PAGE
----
Grief is the price we pay for love.
Queen Elizabeth II
gravemarker, detail (Photo: Elyce Feliz, Creative Commons Attribution License, flickr)
This morning I had an email from my cousin, Donna. Her mother, my mom's oldest sister, died two weeks ago. Today, she told me that my mother's youngest sister, Vickie, would be having surgery on March 7. I already knew that my Aunt Vickie had been diagnosed with colon cancer. In fact, I found out the day after Aunt Kathleen's funeral. Donna and I agreed that it wasn't the best time to let my mom and my Aunt Eve know about the bad news. Now, however, with surgery looming, it didn't seem right to keep both sisters in the dark. I phoned Aunt Eve who wasn't happy to hear the news; however, she had suspected that something was wrong because one of her brothers had told her, when she asked how Vickie was, that "you wouldn't want to know." With due respect to my uncle, my mother and my aunt are women and they would want to know. They wouldn't be happy to know, but they would want to know. Besides, when you reach a certain age - my mother is 77 and my aunt is 81 - there is never a good time to find out about the possible death of a sibling.
Yesterday, my mother fell and, even though she didn't do further damage to her hip, she's still sore and anxious. I told my dad the bad news about Aunt Vickie and we decided that we'll tell Mom about it on Saturday or Sunday. I don't look forward to being the "bearer of bad news", but news of death and illness is a common thread that weaves through the final years of most lives. Younger people may think that older people get "used" to the deaths of their contemporaries. That isn't the case. Each death is another hole torn in the fabric of their lives, another call reminding them of their own mortality. And there often isn't much space between deaths. This complicates a grieving process that is may be overlooked and under-appreciated by younger people. Older people experience grief similarly to younger people. However, due to the stage in life that they occupy, they get to experience a lot more grief, when they may already experiencing fear and anxiety about their own health or the health of a spouse or sibling. (At left: Mom and her three sisters, circa 1950)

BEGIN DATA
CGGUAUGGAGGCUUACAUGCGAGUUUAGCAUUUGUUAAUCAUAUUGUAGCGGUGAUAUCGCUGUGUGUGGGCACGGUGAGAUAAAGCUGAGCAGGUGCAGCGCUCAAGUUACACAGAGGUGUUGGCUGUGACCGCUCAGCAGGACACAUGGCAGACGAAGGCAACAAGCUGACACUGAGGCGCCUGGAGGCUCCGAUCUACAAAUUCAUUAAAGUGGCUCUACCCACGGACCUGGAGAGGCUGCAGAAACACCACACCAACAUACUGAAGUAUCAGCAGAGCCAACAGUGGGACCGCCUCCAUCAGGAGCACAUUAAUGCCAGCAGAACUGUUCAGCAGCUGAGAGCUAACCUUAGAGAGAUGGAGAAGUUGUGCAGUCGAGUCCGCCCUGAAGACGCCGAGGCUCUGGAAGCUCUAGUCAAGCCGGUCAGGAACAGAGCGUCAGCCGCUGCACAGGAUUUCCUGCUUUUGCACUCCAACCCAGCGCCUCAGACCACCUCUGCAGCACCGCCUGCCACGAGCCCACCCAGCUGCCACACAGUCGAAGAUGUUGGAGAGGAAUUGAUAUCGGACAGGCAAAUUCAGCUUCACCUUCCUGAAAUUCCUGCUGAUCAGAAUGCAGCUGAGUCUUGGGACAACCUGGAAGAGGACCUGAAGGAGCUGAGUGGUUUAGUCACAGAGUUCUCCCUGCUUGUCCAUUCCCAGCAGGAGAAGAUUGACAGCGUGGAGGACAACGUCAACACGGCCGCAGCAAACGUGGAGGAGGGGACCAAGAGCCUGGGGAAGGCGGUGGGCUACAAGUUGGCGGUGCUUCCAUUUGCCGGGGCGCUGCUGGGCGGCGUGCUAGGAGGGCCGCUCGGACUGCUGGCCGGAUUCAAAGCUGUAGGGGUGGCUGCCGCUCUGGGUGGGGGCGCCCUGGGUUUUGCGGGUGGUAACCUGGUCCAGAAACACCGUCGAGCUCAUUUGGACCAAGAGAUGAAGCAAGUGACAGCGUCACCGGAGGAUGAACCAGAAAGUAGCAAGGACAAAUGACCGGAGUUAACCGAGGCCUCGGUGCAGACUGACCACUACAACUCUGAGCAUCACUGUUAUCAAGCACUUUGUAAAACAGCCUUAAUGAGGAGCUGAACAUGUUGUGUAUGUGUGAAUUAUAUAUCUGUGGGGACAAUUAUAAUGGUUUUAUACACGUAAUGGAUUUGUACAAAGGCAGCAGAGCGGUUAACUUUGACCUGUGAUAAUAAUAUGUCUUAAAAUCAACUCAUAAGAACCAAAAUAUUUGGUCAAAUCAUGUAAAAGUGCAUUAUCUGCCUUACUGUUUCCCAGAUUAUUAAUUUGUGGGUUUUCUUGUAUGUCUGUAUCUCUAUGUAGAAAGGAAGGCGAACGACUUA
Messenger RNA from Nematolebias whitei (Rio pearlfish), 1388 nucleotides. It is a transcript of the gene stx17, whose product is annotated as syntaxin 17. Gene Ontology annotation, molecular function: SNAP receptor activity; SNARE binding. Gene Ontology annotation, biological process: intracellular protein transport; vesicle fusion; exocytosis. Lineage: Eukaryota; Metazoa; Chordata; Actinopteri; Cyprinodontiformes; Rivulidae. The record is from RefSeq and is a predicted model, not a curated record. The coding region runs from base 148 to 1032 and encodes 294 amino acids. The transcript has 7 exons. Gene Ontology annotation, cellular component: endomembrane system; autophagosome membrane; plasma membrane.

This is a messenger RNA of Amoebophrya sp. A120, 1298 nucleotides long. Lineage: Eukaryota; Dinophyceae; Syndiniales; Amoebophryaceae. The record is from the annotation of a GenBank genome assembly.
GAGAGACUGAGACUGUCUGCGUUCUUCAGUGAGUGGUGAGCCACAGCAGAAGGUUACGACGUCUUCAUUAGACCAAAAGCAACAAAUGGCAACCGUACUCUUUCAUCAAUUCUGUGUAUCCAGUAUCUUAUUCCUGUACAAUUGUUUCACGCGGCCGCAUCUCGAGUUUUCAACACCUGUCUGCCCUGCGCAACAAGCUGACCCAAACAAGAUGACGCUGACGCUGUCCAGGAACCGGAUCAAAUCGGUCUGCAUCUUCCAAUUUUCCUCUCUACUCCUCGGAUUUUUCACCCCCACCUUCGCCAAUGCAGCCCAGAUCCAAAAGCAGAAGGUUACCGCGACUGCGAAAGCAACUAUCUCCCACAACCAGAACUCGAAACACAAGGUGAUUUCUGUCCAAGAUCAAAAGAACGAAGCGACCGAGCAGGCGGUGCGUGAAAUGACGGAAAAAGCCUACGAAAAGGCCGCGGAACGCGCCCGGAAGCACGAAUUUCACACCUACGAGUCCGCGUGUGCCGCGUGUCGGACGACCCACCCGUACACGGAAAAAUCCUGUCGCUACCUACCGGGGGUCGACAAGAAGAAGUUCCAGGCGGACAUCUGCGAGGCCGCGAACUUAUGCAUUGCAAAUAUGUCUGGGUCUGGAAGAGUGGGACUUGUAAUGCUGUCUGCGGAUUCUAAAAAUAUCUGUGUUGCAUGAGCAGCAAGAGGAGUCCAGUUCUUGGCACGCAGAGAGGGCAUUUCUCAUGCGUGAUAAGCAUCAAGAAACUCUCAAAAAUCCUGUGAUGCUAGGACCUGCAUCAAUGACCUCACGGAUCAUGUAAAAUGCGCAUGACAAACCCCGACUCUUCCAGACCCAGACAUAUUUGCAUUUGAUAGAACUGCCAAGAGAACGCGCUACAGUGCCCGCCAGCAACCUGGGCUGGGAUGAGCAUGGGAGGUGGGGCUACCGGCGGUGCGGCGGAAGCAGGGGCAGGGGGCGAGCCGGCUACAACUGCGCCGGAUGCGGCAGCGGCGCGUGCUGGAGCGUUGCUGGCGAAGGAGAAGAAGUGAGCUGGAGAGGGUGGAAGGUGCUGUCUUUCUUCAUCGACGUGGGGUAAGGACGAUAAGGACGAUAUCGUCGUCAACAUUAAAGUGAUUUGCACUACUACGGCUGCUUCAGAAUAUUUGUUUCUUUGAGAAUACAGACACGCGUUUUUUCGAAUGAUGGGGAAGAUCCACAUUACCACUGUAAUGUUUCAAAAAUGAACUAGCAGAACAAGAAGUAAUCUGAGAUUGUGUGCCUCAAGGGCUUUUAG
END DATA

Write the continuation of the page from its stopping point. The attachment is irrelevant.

How can caregivers, family members or friends help an elderly person with grief?
- Give your the person time to absorb the news
- Give them an opportunity to share memories about the deceased
- Support them in attending whatever death rituals they can, such as funerals, wakes, etc.
- If they cannot attend such events, help them find other ways to feel connected to the family of the deceased during this difficult time.
- Provide comfort in whatever way is accepted by the grieving person
- Encourage them to talk to other family members, either in person or by phone
- Be aware of the risk of illness or depression due to stress and grief
For other suggestions, see Grieving in the elderly.
O Death, sung below by Ralph Stanley, is a traditional song from the Southern mountains.